Friday 29 June 2012

Film: Innerspace (1987)

For some reason I hadn't seen this film before now. I suspect when I heard about the plot I confused it with the 1966 film Fantastic Voyage, which I do recall watching several decades ago. Both films feature people in small submarines being miniaturised to such an extent that the submarines can be injected into a person and be navigated around the body. The main difference is that Innerspace is a comedy.

Tuck Pendleton (Dennis Quaid) is a gung-ho pilot who has volunteered to man the submarine on its first exploratory voyage, intended to be in an animal. However, a criminal organisation tries to seize the technology, as a result of which the submarine is randomly injected into a Jack Putter (Martin Short) a hypochondriac wimp. Pendleton is able to tap into Putter's vision and hearing, and to communicate with him. What follows is a protracted two-way chase, as Pendleton/Putter, aided by Pendleton's somewhat confused girlfriend Lydia Maxwell (Meg Ryan), try to recover the part of the technology stolen by the criminals in order to reverse Pendleton's miniaturisation, while the criminals are hunting Putter in order to obtain the submarine for themselves. Meanwhile, the air in the submarine is running out.

There is lots of humour, mostly resulting from Pendleton's efforts to stir the terrified Putter into bold action, and some rather mixed-up romance too. The "feel" of the film is somewhat old-fashioned, more like the 1960s than the 1980s and quite different from anything made today. All in all, it’s a couple of hours of pleasant if undemanding entertainment, and recommended if you've not seen it already.
I tried reading Snow Crash by Neal Stephenson over the past week or two. This was first published in 1992 and was well regarded, being nominated for two British SF awards, but I hadn't come across it before. It was very cutting edge in its subject matter, featuring a dystopian future in which democratic control in the USA has mainly been replaced by a patchwork of territories controlled by organised gangs linked to big business franchises. People spend a lot of time in the Metaverse, a virtual world in which interaction is by user-chosen avatars, and the two settings run in parallel in the novel. The title comes from a new computer virus which is causing havoc in the Metaverse.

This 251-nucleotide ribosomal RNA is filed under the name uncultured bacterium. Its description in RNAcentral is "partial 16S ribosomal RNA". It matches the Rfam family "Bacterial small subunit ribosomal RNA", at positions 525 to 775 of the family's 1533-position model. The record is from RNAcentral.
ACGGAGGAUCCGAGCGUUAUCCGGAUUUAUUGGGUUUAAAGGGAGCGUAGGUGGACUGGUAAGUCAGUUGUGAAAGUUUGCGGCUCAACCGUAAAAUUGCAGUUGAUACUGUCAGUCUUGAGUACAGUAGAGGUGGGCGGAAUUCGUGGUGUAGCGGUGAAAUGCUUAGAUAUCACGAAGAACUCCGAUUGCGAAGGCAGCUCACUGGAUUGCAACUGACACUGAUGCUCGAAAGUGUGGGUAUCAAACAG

The story is very clever and packed with good ideas, but I found it heavy going and each time I picked up the book found I had to flip back some pages to refresh my memory as to what had happened or who characters were - always a bad sign. I eventually made it past halfway, but then asked myself the three crucial questions: Am I really keen to find out what happens next? Do I really care what happens to the characters? Do I want to spend another week or so on this book? The answer to all three was "No", so I stopped reading. What put me off the book? I think it was the lack of both a coherent, gripping story and sympathetic characters. The author seems to have been so busy developing his ideas of life in his future world that he forgot the essential point of a novel in any genre: it should tell a story, one which seizes the imagination of readers and keeps them turning the pages to discover what happens next, while really caring about what happens to the characters.